Simon Norris argues that a self-regulating approach, in which staff are free to organise and manage their own time in a responsible way, can offer more benefits to employers than taking a heavy-handed

While the myth of the nine-to-five day lives on, the chances are that if you work in an office, you no longer have a working day that your parents' generation would recognise. The twin forces of technology and globalisation have transformed our working lives, removing both temporal and physical barriers.

Whether it is extended by a breakfast meeting or by deal-clinching evening drinks, the working day for many people rarely follows a prescribed formula. The concept of flexible working, where staff are free to adapt their working hours to their individual home and office commitments, is now widely practised. A flexible approach by employers can help to promote a happy workforce and a healthy work life balance.

The growing popularity of remote working is further blurring the dividing line between home and work time. In Europe, over 60% of Germans, 55% of Italians and 46% of French workers actively work remotely. Interestingly, only 11% of British workers do. However, working remotely has interruptions that would not be found in the office, be they troublesome children or an unexpected visitor.

Back in the workplace, the relationship between office hours and working hours is becoming increasingly blurred. The growing popularity of social networking, photo-sharing and blogging provides an ever-increasing source of distractions for staff. In response, managers are under mounting pressure to ensure that staff achieve their contracted working hours and that their time is used productively. Many organisations are concerned about excessive use of the internet, and selective blocking of websites is an increasingly popular solution. According to a survey of 600 global companies carried out by security firm Sophos, 50% of companies ban their employees from accessing certain websites.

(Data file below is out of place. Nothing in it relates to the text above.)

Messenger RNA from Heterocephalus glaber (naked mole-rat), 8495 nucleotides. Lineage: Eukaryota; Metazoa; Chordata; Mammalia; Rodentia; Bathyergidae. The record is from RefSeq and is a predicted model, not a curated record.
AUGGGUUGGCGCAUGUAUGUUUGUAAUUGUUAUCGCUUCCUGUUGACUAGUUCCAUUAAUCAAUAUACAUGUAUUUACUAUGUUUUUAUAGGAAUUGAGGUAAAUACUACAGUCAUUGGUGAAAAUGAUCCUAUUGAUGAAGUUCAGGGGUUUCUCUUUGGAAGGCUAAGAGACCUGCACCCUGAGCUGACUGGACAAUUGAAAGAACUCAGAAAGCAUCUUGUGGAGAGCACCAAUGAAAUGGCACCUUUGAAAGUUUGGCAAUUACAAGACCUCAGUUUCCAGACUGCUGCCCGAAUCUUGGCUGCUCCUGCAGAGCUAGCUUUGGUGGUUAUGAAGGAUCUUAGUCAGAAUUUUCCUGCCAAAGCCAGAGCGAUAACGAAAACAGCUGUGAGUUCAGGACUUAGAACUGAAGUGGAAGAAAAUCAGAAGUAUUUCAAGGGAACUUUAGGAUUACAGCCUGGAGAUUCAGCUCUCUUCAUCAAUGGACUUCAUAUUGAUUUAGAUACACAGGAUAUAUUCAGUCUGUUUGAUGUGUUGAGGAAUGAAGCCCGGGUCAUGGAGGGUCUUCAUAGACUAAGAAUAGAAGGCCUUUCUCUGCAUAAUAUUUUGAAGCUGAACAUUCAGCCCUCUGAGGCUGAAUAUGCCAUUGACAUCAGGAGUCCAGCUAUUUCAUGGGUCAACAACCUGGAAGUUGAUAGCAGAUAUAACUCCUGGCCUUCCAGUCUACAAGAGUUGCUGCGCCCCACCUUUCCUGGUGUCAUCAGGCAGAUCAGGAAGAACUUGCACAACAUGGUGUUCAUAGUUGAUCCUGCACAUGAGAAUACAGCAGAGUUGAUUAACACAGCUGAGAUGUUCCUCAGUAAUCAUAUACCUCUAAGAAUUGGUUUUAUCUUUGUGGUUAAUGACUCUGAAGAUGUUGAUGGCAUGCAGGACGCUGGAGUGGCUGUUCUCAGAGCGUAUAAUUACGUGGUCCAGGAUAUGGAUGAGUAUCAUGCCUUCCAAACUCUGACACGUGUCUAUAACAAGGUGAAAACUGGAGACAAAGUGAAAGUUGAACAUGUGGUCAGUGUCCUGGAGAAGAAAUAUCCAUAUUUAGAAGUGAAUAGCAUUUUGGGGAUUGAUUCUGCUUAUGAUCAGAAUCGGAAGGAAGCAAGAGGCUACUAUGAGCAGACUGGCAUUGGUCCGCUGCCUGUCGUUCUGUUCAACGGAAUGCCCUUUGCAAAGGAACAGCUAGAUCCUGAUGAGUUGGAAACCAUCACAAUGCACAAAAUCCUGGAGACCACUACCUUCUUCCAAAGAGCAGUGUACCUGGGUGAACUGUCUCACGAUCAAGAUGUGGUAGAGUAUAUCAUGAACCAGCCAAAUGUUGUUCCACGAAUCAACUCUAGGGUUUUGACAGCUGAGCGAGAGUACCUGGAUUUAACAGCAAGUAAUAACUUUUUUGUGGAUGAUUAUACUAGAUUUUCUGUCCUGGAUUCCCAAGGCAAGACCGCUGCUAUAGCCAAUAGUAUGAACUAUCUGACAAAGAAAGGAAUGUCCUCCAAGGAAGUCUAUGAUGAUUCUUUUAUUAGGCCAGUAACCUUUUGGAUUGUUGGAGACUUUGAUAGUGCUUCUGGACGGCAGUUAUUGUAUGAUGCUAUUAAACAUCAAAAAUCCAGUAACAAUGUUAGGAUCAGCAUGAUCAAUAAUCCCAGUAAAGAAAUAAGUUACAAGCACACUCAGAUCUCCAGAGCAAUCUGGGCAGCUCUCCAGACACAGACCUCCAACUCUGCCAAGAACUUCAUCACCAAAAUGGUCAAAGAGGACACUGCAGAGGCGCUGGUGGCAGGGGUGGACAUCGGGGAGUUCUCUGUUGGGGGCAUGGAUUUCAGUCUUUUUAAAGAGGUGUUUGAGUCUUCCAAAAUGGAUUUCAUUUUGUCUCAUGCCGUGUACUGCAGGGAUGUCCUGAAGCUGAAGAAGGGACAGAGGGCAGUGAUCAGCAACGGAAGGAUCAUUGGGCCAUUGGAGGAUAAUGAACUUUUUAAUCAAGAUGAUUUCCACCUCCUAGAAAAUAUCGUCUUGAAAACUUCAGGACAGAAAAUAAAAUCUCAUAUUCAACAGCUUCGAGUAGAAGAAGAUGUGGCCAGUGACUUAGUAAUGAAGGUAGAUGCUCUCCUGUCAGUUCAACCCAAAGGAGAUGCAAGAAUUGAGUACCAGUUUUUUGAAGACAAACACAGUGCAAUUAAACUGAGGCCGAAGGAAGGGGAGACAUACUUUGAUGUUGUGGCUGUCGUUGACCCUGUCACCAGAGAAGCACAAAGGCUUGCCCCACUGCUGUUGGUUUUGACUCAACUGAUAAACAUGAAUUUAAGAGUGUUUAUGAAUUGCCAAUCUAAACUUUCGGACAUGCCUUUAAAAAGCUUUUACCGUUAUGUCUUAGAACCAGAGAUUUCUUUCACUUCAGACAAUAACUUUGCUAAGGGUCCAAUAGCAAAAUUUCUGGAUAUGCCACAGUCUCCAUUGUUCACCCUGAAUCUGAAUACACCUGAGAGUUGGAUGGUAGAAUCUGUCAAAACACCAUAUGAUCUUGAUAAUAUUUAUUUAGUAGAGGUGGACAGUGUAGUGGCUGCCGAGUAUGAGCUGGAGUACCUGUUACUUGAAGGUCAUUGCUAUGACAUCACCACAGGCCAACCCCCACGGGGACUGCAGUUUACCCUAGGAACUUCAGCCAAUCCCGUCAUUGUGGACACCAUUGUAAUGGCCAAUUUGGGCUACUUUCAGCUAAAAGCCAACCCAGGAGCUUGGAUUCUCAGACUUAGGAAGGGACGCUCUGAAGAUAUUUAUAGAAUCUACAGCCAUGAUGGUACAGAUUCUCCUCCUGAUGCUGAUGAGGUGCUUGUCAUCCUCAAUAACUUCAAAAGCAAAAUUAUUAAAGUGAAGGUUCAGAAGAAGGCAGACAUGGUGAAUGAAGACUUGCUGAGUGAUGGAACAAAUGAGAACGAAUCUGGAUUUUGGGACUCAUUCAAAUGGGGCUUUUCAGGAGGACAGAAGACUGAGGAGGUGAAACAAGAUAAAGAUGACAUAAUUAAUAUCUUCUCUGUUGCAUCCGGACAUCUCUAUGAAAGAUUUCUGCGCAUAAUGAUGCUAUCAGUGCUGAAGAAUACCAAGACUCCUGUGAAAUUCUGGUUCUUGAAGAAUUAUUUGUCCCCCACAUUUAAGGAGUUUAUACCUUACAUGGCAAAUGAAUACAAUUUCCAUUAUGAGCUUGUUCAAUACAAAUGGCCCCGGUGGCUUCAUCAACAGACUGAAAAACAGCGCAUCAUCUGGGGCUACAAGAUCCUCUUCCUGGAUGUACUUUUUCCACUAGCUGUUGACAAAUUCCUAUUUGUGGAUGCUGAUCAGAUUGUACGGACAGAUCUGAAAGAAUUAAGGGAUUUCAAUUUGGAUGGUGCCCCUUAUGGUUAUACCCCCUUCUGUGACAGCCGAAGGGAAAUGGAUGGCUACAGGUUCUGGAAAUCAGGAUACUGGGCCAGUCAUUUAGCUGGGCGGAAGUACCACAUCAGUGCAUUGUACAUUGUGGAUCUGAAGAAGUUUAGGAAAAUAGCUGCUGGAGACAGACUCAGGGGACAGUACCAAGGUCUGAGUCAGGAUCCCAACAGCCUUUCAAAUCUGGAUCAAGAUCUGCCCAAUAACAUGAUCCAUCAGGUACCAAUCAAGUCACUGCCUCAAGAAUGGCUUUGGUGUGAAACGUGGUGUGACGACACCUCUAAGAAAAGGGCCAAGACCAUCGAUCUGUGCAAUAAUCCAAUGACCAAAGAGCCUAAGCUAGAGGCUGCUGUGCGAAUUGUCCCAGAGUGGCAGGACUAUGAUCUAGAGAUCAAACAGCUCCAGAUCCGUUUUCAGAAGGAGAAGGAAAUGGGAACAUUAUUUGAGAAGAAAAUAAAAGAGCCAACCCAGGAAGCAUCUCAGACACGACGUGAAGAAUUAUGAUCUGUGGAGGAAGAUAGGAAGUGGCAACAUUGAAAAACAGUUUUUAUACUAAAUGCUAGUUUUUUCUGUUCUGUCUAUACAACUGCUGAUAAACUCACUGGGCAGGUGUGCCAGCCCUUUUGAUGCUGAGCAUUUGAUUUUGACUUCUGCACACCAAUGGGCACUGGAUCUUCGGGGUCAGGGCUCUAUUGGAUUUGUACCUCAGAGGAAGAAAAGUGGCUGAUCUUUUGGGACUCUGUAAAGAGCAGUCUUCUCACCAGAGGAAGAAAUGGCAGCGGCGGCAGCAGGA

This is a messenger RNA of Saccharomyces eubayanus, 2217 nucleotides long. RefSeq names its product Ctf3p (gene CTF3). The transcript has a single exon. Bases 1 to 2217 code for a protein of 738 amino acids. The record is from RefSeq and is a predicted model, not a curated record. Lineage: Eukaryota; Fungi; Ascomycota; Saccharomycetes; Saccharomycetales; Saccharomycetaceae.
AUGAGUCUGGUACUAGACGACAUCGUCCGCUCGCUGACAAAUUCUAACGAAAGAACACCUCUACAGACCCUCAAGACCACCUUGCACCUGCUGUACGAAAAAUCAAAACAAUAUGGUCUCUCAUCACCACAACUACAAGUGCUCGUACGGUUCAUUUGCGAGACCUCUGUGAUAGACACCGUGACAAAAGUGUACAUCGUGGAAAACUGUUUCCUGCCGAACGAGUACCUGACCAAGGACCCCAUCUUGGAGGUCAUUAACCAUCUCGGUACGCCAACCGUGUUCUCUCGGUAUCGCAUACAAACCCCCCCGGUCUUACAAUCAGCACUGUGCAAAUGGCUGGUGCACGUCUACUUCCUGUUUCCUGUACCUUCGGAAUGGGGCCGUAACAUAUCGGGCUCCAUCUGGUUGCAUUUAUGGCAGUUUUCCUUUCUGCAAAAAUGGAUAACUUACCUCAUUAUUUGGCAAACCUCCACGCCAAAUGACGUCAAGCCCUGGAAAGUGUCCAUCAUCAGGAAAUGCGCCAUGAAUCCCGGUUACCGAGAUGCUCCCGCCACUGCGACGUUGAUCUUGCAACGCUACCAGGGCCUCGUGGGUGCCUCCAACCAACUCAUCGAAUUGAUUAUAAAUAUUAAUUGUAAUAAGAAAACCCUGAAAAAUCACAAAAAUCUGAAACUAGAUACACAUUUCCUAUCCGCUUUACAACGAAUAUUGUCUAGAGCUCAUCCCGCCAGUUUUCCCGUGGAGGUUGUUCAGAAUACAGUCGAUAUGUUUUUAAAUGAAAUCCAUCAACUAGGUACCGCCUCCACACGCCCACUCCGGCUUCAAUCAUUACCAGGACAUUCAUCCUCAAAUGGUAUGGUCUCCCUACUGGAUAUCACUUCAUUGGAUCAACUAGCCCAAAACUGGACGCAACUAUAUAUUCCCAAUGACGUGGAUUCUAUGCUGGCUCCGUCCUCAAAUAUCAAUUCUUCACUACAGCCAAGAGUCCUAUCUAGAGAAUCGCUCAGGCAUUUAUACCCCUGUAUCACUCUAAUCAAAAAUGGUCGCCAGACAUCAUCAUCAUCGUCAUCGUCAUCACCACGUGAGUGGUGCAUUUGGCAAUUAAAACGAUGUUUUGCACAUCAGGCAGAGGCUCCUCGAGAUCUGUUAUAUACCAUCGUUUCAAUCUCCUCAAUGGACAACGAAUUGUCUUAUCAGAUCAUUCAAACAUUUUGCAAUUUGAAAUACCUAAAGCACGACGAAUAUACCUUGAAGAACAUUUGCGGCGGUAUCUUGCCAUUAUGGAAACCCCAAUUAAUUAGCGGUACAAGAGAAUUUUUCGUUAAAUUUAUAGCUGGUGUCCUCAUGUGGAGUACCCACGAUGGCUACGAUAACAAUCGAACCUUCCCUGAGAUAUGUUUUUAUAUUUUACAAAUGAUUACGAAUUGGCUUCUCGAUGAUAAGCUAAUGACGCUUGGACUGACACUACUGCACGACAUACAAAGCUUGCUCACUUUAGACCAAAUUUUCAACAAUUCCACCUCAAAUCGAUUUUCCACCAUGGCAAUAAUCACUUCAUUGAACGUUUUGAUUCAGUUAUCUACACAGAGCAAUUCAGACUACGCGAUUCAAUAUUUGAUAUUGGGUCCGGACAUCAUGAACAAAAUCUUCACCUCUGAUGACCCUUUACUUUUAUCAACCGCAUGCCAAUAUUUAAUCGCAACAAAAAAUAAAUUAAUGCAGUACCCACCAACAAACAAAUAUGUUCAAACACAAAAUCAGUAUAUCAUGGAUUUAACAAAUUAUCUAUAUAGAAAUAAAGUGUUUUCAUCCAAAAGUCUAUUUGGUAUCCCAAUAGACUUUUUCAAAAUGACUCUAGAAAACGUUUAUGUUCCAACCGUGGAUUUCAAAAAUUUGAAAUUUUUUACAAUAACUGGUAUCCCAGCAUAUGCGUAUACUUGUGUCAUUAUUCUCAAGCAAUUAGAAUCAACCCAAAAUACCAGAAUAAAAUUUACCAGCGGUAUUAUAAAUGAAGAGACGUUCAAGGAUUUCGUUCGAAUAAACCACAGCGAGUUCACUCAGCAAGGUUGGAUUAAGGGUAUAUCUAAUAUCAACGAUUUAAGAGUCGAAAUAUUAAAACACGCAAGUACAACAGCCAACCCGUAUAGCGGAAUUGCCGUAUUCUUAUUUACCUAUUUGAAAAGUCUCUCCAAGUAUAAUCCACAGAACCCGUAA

This approach can lead to frustrations among staff, and can give the impression of an intolerant and inflexible working environment. Blocks can often be easily bypassed by using one of the wealth of proxy sites that replicate content from sites such as Facebook under a different domain name. Providing staff with block-free periods at scheduled times can cause productivity to grind to a halt as staff head for their desks to check their web mail or do their online banking. Blocking also often involves IT departments in a high level of inconvenience and administrative overheads, and seldom provides employers with any information about its effectiveness. It also requires a simple black and white classification of sites as permissible or banned, but many organisations are starting to recognise that the social side of the web, when used appropriately, can deliver valuable business benefits. One law firm was forced to reinstate access to Facebook on the basis that it was a vital tool for business networking.